Projects might not qualify for stimulus

January 01, 2009|By HEATHER KEELS

HAGERSTOWN -- It would be virtually impossible for county projects to qualify for federal stimulus funding under the list of conditions included in the stimulus bill under consideration by Congress, Washington County Director of Public Works Joe Kroboth said.

The proposed stimulus is part of President-elect Barack Obama's plan to create jobs through a federal investment in highway infrastructure, transit systems and other projects.

Kroboth said that as of Dec. 9, the bill would provide about $200 million to the Maryland State Highway Administration, but it only could be spent on projects that meet certain criteria. As of last week, he said that those included that projects must:

o Be ready to be advertised for construction bids within 180 days.

o Be located on a federal aid route as designated by the Federal Highway Administration.

o Have all necessary permits, approvals and rights of way before advertisement.

o Be completed within two years from the date construction is started.


o Be new and not already funded under a capital improvement plan.

The last condition presents a major obstacle to any county project qualifying for the funds because any project that stands a chance of clearing all of the hurdles in six months already is in the county's capital improvement plan, which schedules and funds projects up to six years in advance, Kroboth said.

When Kroboth briefed the Washington County Commissioners on the bill Dec. 9, Commissioner James F. Kercheval said the provision seemed illogical.

"You almost have to have this perfect project that you already have the right of way, it doesn't have any environmental issues," Kercheval said. "It's kind of silly how the rules kind of preclude you from doing anything."

That limitation is not unique to Washington County, Kroboth said. Maryland State Highway Administrator Neil Pedersen, who keeps tabs on road projects throughout the state, told Kroboth earlier this month that the only projects in the state that would qualify under the bill as written were existing state contracts for resurfacing projects, Kroboth said.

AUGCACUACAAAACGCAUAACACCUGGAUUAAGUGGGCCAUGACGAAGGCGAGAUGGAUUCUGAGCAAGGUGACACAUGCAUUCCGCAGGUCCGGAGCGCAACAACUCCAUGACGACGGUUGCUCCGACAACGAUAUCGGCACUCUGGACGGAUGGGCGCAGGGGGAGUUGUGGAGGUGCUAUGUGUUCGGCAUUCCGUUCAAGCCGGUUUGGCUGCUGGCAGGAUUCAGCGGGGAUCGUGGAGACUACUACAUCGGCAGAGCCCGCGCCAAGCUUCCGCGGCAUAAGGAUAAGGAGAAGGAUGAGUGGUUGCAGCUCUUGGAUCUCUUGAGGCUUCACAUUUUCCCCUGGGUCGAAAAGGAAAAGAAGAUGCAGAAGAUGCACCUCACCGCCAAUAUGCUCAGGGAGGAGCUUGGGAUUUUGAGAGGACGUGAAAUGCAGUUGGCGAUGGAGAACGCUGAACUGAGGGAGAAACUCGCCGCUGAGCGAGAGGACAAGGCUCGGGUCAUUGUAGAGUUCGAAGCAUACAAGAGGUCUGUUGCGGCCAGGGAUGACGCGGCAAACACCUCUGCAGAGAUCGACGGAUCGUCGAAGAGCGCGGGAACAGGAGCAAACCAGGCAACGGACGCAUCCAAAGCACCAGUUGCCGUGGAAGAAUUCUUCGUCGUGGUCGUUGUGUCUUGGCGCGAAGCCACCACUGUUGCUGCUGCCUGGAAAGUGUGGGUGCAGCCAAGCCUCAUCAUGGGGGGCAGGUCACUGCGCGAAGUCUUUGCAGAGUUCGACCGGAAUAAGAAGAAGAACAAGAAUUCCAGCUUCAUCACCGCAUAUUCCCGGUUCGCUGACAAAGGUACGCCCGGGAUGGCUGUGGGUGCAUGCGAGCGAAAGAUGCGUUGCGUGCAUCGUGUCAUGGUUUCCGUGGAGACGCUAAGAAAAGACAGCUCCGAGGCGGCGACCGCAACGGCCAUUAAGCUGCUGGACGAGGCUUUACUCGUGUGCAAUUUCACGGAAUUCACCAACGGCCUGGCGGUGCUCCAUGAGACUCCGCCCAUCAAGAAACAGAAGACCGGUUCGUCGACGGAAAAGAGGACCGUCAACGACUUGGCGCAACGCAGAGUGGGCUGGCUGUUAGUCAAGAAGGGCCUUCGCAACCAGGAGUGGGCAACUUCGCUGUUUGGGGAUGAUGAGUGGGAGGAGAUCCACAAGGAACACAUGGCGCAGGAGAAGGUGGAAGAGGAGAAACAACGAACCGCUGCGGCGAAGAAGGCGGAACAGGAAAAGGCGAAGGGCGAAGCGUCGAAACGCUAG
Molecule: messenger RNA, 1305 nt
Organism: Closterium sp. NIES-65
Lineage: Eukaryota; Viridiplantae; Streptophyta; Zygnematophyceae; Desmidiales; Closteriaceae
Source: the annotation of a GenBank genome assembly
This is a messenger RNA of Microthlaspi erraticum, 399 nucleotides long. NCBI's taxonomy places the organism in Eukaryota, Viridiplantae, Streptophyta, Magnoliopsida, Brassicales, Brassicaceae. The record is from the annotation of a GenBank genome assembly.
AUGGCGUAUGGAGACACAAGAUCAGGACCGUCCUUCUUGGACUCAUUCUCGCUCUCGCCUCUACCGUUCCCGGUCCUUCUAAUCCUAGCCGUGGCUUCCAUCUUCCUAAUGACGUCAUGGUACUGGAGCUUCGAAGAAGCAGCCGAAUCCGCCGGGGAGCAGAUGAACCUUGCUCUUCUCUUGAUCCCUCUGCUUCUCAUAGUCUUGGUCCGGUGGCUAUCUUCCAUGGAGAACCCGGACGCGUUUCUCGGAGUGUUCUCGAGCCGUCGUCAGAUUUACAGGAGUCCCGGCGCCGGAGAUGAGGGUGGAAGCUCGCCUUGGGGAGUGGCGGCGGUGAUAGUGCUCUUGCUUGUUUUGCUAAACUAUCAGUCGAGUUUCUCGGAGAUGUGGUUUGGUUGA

The bill still is undergoing revision and legislators are likely to relax some of the conditions due to strong opposition, Kroboth said. He encouraged the Washington County Commissioners to join in that effort.

"The elected officials at the local level, meaning counties and states, really need to be talking to the federal elected officials and explaining to them what it's really going to take for this money to be usable," Kroboth said.

Meanwhile, Kroboth said the county is moving forward with the design of several priority projects in hopes that they will become eligible. Those include:

o The widening of Eastern Boulevard between Jefferson Boulevard and Security Road.

o An extension to Eastern Boulevard from the YMCA to Leitersburg Pike.

o The widening of the Robinwood Drive corridor between Medical Campus Road and Hagerstown Community College.

o The second phase of improvements to Maugans Avenue.

Those projects are in the design phase, are on federal aid routes and feasibly could be ready to advertise within six months, Kroboth said. However, they already are in the county's capital improvement plan.

"We're going to do everything we possibly can to get them ready in the event that some of those conditions are changed," he said.

Construction of a bypass around Funkstown, known as Southern Boulevard, would be harder to have ready within six months, but the county could try to accelerate preparations, Kroboth said.

County officials also could encourage the state to try to move forward projects such as replacement of the Interstate 81 bridge over the Potomac River and the widening of Interstates 70 and 81.

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